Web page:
LOUISVILLE, KY (WAVE) - Members of Kentucky's Subcommittee on Energy were at GE's Appliance Park Friday morning to get a demonstration of the company's line of "smart" products and to learn more about the company's future plans.
GE executives are almost as enthusiastic as Kentucky legislators, over a new hot water heater that they say, may one day, change Kentucky and maybe even the world. The product, a hybrid or "smart" electric water heater is currently being manufactured in China. Beginning in 2011, production will move to Louisville and GE's Appliance Park. It's a move that will create 400 new jobs, and, according to the company's top officials, countless energy and economic benefits.
Jerry Carney, president of Local 761 IUE-CWA, described the huge plant at Appliance Park as virtually a ghost town, until the news of the water heater came around.
"We finally put some life back into this place," Carney said. "Who would have thought that Appliance Park could have competed with China to get this work back over here in the United States?"
"This electric water heater will save 50 percent of the power," offered Jim Campbell, president and CEO of General Electric, who added that anything energy conserving is part of the company's primary plan.
"More green, focus on energy conversation, as part of our eco-imagination initiative, that's what it's all about," said Campbell.
Costing around $1,500, the new water heaters may save consumers up to $300 annually. But company executives aren't stopping at the short-term benefits. As Kevin Nolan, vice president of technology, pointed out, Kentucky is not only competing with other states on the employment, economic and technological fronts, it's currently winning.
"Right here in Kentucky, we're really leading this," said Nolan.
Nolan also said that energy initiatives, such as the power grid Louisville is currently operating under, are serving as examples and prototypes for the entire nation. State Representative Keith Hall concurs, and adds that GE should get some credit for the work and partnership they're developing.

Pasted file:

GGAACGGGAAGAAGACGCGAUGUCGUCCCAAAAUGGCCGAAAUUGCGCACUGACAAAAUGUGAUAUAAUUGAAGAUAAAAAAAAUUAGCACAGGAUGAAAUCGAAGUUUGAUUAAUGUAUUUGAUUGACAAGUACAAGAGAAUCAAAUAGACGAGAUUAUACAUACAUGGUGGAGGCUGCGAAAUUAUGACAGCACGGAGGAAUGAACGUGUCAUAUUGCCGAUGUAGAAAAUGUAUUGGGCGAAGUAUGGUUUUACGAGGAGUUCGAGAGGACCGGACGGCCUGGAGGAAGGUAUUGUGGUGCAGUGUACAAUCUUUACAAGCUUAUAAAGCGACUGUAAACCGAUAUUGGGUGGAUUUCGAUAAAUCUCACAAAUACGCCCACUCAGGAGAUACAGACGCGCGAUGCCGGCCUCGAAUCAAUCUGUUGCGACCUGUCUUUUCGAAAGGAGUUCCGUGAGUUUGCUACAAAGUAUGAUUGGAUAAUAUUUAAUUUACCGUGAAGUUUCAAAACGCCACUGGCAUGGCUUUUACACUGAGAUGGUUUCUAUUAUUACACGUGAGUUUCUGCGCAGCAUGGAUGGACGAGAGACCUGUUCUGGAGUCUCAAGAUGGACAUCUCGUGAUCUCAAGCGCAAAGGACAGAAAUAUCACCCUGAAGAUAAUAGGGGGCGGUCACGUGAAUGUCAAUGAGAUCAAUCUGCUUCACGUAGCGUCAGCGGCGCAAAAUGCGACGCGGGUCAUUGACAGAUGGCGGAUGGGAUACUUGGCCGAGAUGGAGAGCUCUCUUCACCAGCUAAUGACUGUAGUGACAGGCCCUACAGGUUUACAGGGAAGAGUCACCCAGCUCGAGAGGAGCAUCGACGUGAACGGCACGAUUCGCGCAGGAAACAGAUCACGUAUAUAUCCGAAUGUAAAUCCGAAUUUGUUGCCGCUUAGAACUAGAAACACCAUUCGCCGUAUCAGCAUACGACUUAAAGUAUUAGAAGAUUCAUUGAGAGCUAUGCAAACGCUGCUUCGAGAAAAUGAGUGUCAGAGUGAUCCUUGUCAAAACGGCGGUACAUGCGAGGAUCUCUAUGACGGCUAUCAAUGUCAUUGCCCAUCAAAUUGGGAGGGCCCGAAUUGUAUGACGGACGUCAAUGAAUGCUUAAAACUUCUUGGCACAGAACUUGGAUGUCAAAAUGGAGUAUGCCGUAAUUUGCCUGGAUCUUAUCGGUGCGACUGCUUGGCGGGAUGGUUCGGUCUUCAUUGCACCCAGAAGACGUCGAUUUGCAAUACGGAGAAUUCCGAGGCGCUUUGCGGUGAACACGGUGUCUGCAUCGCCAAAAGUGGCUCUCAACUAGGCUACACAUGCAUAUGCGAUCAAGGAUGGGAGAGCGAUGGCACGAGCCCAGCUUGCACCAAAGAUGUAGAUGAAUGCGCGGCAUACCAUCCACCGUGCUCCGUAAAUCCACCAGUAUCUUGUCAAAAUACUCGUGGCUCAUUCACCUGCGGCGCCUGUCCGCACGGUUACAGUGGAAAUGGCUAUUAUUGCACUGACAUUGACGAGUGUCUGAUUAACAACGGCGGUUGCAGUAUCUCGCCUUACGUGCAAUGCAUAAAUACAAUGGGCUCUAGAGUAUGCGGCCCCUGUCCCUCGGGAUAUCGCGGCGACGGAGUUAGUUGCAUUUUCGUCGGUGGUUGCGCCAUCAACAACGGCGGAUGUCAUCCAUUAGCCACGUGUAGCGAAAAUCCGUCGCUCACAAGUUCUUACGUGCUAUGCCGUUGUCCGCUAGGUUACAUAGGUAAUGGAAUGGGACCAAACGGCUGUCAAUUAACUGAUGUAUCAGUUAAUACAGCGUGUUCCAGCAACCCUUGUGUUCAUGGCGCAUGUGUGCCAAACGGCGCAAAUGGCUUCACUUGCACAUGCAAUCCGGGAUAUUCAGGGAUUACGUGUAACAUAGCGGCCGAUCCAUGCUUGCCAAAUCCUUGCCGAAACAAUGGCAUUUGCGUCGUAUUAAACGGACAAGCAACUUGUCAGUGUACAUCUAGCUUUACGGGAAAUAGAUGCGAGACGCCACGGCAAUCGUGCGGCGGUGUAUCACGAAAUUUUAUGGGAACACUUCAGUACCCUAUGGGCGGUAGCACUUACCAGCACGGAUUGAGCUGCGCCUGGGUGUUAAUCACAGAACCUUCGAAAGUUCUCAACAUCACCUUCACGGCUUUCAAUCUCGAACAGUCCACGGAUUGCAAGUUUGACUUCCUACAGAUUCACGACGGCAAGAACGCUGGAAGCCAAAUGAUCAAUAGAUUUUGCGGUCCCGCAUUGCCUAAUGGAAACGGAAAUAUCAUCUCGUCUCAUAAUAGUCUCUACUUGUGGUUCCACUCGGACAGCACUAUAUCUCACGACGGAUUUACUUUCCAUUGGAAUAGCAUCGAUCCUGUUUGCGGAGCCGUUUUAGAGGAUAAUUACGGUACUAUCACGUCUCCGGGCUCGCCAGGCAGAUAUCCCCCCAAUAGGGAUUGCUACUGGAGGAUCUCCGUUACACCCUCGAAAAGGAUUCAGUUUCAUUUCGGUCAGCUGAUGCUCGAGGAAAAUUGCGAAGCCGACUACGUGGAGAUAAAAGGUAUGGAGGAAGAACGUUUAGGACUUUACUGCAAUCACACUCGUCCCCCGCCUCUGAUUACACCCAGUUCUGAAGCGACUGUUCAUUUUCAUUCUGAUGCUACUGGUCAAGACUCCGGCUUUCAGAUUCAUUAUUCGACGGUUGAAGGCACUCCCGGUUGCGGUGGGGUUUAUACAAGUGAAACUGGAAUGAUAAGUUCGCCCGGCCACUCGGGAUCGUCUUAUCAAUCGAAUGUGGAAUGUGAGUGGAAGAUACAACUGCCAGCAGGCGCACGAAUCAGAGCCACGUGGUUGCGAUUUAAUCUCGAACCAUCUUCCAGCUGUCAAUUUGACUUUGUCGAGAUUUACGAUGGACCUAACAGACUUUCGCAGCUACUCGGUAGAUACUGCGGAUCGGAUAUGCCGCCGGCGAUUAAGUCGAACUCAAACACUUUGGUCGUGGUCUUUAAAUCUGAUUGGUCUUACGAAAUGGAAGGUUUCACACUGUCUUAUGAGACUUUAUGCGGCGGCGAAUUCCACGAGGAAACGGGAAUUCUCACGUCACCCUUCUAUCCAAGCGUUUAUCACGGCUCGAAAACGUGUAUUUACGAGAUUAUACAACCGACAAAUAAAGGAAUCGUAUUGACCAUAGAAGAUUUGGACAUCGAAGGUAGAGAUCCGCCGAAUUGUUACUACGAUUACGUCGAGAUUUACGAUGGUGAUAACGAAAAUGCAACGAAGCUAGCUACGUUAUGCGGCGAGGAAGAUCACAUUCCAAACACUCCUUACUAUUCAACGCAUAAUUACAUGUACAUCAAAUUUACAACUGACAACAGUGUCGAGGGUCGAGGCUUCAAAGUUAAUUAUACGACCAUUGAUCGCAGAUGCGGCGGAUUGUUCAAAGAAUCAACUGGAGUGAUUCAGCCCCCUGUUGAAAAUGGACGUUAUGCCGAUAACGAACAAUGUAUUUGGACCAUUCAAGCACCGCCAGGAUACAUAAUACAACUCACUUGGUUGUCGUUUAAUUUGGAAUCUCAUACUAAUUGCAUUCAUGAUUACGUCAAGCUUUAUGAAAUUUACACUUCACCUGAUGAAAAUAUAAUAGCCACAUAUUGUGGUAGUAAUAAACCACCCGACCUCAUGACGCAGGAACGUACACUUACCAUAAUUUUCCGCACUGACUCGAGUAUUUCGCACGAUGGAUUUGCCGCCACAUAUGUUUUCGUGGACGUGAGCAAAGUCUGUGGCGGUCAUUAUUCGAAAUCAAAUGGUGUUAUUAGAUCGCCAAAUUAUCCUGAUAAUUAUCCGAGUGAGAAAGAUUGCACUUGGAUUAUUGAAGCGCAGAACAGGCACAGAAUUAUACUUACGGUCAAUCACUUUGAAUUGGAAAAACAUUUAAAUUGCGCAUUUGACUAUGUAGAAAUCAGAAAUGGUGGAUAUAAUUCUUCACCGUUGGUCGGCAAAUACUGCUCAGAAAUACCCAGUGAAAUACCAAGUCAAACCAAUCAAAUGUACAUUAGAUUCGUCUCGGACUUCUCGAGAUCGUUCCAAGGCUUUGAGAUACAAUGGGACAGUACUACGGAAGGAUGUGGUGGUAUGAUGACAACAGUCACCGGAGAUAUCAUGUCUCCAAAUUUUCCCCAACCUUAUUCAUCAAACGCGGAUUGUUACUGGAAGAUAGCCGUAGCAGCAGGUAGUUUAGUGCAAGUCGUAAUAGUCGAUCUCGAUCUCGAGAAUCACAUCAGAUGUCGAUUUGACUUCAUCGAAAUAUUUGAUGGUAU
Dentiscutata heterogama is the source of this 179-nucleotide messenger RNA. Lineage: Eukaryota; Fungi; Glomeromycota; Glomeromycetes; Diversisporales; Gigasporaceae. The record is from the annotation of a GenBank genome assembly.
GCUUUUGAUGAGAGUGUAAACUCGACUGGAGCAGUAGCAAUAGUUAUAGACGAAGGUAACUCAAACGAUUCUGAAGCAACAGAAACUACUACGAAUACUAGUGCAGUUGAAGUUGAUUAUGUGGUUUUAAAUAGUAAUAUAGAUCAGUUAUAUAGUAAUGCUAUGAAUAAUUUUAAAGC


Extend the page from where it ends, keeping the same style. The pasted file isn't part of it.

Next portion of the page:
"You've got a business employer here in Louisville ... A huge company," Hall said. "That's a good partner with Kentucky. That utilizes our resources to employ Kentucky and put a product out there on a national level that's a partnership of all Kentucky has to offer."
With the production of the water heaters set to begin in 2011, executives are looking to the future and a future line of appliances and products that could be manufactured in Kentucky.
"We're looking at putting a product line in here, at Appliance Park, that is currently not here," said Campbell, but refusing to elaborate with any specifics.
While GE currently manufactures a large range of hybrid appliances on a limited basis, Campbell said the sky is the future provided the company can get the same financial incentives it was able to obtain for the water heater.
"Investment tax credits, energy store rebates," said Campbell. "Because these would be high efficiency products that we'd be looking to do, so anything that helps us offset the investment that we have to make in the plant and equipment."
"We worked very well with the state to get the water heater here and that went a long way to getting that program over the fence," adds Campbell. "I would expect the same level of cooperation with this project."
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